The laboratory of Thea Tlsty, Ph.D., professor at the University of California, San Francisco, studies the regulation of cancer initiation in human tissues. At the conference, she will be discussing the use of biomarkers to evaluate the risk of future breast tumor formation in women diagnosed with ductal carcinoma in situ (DCIS).
Fifteen to thirty percent of women with DCIS go on to develop tumors within ten years after a lumpectomy. Unfortunately, many patients end up being treated too aggressively (needless mastectomies) or not aggressively enough.
Nuclear grade, surgical margins, and tumor size are all measured in the clinic, but none have been found to have strong enough predictive value to affect therapeutic decisions.
Interestingly, Dr. Tlsty found that cells expressing high levels of p16 and/or COX-2, when coupled with proliferation, go on to become basal-like invasive tumors. These particular biomarkers indicate an abrogated response to cellular stress; cells overexpressing them that continue to proliferate have bypassed pRb-mediated signals to senesce.
In contrast, cells with high p16 and/or COX-2, but low proliferation, have an intact Rb checkpoint and senescent program and do not go on to become tumorigenic. These biomarkers can be measured years before tumors actually arise, and thus can be used clinically to help dictate individualized treatment options.
Richard Bender, M.D., the chief medical director of Agendia, will be talking about the company’s development of genomic biomarkers for prognosis and prediction in early-stage breast cancer. Agendia is marketing MammaPrint, which measures the expression profiles of 70 different genes in early-stage breast cancers.
MammaPrint was designed to specifically predict which 30% of patients are at a high risk of recurrence, which it does remarkably well, according to Dr. Bender; it has a hazard ratio of 10, whereas most prognostics hover around 3–4. As a side benefit, these are the same 30% that are sensitive to chemotherapy. Dr. Bender notes that this type of gene-expression profiling is a “way of personalizing treatment for patients.”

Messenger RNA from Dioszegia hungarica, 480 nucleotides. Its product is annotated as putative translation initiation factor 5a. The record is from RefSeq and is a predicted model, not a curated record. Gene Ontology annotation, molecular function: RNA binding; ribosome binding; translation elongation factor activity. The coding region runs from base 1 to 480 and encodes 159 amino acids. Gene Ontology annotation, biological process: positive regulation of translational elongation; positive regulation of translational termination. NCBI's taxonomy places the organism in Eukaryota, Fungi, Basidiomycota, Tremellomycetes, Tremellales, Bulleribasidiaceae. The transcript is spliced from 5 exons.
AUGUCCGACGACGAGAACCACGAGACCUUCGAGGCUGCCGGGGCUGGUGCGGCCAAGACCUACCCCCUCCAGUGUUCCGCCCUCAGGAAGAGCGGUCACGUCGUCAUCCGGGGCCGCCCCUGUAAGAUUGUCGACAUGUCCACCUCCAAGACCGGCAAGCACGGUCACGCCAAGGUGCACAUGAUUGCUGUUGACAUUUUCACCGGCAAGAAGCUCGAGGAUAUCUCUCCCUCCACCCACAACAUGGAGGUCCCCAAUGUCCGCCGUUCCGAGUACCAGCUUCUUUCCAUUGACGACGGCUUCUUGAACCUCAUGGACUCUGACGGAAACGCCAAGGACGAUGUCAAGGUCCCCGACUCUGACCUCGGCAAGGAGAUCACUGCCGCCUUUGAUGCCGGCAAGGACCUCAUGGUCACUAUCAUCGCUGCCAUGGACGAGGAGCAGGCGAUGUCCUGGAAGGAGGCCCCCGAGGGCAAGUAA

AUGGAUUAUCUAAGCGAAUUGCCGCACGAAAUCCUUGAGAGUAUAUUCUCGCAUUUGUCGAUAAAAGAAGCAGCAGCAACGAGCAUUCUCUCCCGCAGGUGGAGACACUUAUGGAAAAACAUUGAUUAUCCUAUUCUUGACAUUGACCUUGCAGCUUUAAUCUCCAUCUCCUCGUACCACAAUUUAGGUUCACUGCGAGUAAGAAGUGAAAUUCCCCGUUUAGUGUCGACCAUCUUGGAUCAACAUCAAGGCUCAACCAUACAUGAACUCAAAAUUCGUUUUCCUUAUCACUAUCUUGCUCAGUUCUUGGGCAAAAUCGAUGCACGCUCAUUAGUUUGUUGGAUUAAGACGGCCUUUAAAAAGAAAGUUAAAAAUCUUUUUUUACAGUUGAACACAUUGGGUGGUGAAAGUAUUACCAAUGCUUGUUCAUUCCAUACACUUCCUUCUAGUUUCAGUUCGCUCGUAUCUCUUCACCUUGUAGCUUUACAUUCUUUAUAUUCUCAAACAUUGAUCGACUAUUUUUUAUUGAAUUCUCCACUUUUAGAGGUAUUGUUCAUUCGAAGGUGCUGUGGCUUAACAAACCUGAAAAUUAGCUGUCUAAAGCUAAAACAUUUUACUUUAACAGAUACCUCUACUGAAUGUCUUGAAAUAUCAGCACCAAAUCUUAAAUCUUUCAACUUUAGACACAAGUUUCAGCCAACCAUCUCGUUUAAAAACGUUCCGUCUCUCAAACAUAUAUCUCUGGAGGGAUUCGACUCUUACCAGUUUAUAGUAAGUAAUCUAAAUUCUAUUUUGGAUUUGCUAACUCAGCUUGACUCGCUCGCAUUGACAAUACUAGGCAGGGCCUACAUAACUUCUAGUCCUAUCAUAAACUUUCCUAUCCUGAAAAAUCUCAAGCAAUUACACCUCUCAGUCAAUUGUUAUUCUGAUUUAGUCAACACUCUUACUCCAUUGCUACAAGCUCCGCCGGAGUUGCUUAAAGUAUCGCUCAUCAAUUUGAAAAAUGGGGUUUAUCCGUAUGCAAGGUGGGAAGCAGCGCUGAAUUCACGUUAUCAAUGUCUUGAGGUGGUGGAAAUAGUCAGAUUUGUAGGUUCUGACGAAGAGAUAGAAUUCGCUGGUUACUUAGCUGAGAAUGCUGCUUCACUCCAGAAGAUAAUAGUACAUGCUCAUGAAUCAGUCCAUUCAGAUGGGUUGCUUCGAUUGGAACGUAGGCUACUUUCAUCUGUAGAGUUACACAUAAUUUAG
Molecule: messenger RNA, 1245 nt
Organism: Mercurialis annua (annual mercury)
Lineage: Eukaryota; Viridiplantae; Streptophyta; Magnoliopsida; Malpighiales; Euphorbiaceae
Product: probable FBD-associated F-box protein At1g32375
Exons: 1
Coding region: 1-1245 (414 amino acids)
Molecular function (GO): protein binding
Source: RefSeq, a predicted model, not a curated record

Agendia also has TargetPrint, which quantitates ER, PR, and HER2 expression in breast cancer. In contrast to MammaPrint, this test was designed to determine which drugs should be given to which patients.
Drug Response and Resistance
The human xenograft tumor model has been the standard preclinical model for testing the efficacy of new cancer drugs. However, many promising drugs, including the latest antibodies and kinase inhibitors that were so effective in these models, have failed in the clinic.
Murray Robinson, Ph.D., svp of oncology at AVEO Pharmaceuticals, notes that his whole company is predicated on the premise that we “can do better figuring out which patients are going to respond to which drugs. The biggest problem in oncology development is that we have little understanding of who will respond to a drug and how to test it.”
AVEO has developed the Human Response Prediction Platform to tackle this. It genetically engineers various tumor-initiating mutations (for example HER2 and EGFR) into human cells, then introduces them into mice and allows secondary mutations to arise spontaneously. These tumors end up with 100 different causative mutations, rather than just the two or three seen in xenografts, and, thus, more closely mimic the range of genetic heterogeneity observed in human tumors.
This population-based approach should help specify the important causative mutations that account for the variability seen in drug responses. Each tumor is extensively characterized by microarray analysis, so researchers can correlate sensitivity or resistance to drugs with expression information and other changes in biomarkers.
This is, in fact, what the company has done with AV-951, its highly potent triple VEGFR inhibitor. The molecule is in Phase II trials for treatment of metastatic renal cell carcinoma because all xenograft models responded to it. Less than half of patients did, however. Using its HRP platform, AVEO scientists correlated a panel of 33 genes with lack of response—and found all of them are involved in a very specific biology, non-VEGF driven angiogenesis. “The hope and promise,” Dr. Robinson comments, “is that using more accurate models will help us gain insight into responsive populations and promote cheaper and faster drug approval.”